Reporting from Reuters indicates that the German government plans to relax certain corporate insolvency rules in response to rising energy costs so that companies with financially sound business plans can avoid being required to file for protection under Germany’s insolvency laws. [Reuters; Sept. 9, 2022]

Bloomberg reports that the United States Court of Appeals for

Mayer Brown partners Aaron Gavant and Sean T. Scott and associate Danielle A. Corn recently published an article for Mayer Brown’s Perspectives & Events portal on the June 6, 2022, United States Supreme Court decision that resolved a circuit split and invalidated a 2017 statute that increased U.S. Trustee fees in 48 states—but not Alabama

Background

In a recent opinion issued in LCM XXII Ltd. v. Serta Simmons Bedding, LLC, No. 21-CV-3987, 2022 WL 953109 (S.D.N.Y. Mar. 29, 2022), US District Judge Katherine Failla of the Southern District of New York denied defendant Serta Simmons Bedding, LLC’s (“Serta”) motion to dismiss an action challenging its June 2020 non-pro rata

The Wall Street Journal reports on the surprise Thursday announcement from the U.S. Commerce Department that the U.S. gross domestic product unexpectedly shrank at a 1.4% annualized rate during the first quarter of 2022.  The WSJ does not expect the GDP report to alter the Federal Reserve’s plan to raise interest rates this year, including

Recently, the Second Circuit became the first federal circuit court to rule that the federal government could deny a Paycheck Protection Program (“PPP”) loan to a debtor in bankruptcy solely because of an applicant’s bankruptcy status.[1] Prior to the Second Circuit’s decision in Springfield Hospital, Inc. v. Guzman, multiple lower federal courts were divided on the issue, although the majority of those courts reached the same conclusion as the Second Circuit.

Continue Reading Opinion of Interest – Springfield Hospital, Inc. v. Guzman: Second Circuit Upholds Federal Government’s Ability to Deny PPP Loans to Bankrupt Companies

In its January 14, 2022 decision in In re Wolfson, the United States Bankruptcy Court for the District of Delaware discharged Chapter 7 debtor Ryan K. Wolfson of nearly $100,000 in student loan debt.[1] Chief Judge Laurie Selber Silverstein found that Wolfson, an often un- or underemployed and chronically ill man, met the three-prong “Brunner test” and proved that repayment of his student loans would result in “undue hardship” under Section 523(a)(8) of the Bankruptcy Code. Declaring most interpretations of Brunner “unmoored from the original test and the plain language of ‘undue burden,’” Judge Silverstein held that, under the Brunner test, a debtor need only show an inability to maintain “a minimal standard of living” while repaying his or her student loans, not a total incapacity to ever repay them. In discharging the nearly six-figure debt, Judge Silverstein’s opinion found that allowing lifelong student loan debts to escape discharge absent an onerous standard of undue hardship conflicted with the promise of a “fresh start” that the Bankruptcy Code offers.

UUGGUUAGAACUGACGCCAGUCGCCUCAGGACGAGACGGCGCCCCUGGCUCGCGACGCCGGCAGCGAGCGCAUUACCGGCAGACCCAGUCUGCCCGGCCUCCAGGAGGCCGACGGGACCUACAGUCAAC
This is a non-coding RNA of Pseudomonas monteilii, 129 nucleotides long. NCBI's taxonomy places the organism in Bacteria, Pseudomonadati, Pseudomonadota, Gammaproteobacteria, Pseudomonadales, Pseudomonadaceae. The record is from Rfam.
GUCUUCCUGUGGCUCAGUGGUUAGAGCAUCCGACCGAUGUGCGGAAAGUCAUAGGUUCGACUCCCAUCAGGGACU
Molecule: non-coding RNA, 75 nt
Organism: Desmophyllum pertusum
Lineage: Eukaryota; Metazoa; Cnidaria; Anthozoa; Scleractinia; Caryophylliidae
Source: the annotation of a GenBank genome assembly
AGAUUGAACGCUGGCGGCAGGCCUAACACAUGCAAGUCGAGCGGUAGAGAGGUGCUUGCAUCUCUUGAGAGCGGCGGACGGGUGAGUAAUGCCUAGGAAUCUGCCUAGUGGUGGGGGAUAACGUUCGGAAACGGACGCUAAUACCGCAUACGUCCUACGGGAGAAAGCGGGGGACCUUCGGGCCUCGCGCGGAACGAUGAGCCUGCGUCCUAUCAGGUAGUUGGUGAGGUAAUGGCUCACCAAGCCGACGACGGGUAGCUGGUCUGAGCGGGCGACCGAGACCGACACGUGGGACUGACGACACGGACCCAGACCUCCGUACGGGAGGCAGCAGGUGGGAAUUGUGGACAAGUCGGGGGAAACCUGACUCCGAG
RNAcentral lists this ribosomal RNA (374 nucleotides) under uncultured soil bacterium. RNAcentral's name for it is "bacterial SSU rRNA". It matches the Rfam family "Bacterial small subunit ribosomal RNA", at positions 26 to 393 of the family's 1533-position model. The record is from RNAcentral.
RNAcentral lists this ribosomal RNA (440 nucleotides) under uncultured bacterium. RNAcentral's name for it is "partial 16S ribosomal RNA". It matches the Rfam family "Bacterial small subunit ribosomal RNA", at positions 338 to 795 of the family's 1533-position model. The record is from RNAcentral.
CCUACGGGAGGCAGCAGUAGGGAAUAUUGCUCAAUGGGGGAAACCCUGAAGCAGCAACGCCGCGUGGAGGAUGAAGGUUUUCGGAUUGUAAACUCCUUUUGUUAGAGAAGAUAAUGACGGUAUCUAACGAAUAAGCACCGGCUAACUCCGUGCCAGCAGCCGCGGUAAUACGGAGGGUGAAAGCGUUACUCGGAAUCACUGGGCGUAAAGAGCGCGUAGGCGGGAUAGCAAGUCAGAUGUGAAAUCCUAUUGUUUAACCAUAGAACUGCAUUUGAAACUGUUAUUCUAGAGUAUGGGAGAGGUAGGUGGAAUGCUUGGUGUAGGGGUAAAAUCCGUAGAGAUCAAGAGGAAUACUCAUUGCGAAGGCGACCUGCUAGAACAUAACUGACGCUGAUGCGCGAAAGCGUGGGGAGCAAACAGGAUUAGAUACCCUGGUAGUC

Continue Reading Opinion of Interest – In re Wolfson: A Potential Re-Evaluation of the “Undue Hardship” Test for Student Loan Borrowers

On January 20, 2022, Mayer Brown Restructuring lawyers Louis Chiappetta (Partner), Lucy Kweskin (Partner), and Samuel Rabuck (Associate) published an article in Law360 on a recent ruling from an adversary proceeding in the In re The Hertz Corp. bankruptcy case by the Delaware Bankruptcy Court on the enforceability of make-whole premiums in bankruptcy.

Given the

Reporting from the Wall Street Journal indicates that plaintiffs in price fixing lawsuits against generic drugmaker Teligent Inc. have sought court authority to continue that litigation despite Teligent’s October bankruptcy filing.  The litigation, which commenced in 2016, alleges that Teligent artificially inflated the costs of certain generic drugs and is being pursued primarily by attorneys

Whether—and in what circumstances—a debtor should pay creditors a make-whole premium continues to be litigated in bankruptcy courts. Last week, as reported by Bloomberg, Judge Dorsey (Delaware) ruled that the debtor – Mallinckrodt Plc – did not need to pay a make whole premium to first lien lenders in order to reinstate such obligations

In its August 5th, 2021 VeroBlue Farms decision,[1] the Eighth Circuit lent its voice to a growing body of criticism of the equitable mootness doctrine contending that its use to bar challenges to confirmed reorganization plans should be circumscribed.  Laying out a new investigation that must be undertaken before using the doctrine to bar confirmation order appeals, the Eighth Circuit emphasized that reviewing courts must: (1) make “at least a preliminary review of the merits” of an appeal to determine the strength of the claims at issue; (2) assess the “amount of time that would likely be required” to resolve the merits of such claims on an expedited basis; and (3) consider the potential equitable remedies that might still be available even after a plan’s implementation, should the appeal prove successful, which would not undermine the plan or harm third parties.

Continue Reading Mootness Muted? – Eighth Circuit Circumscribes Use of Equitable Mootness Doctrine to Bar Bankruptcy Plan Appeals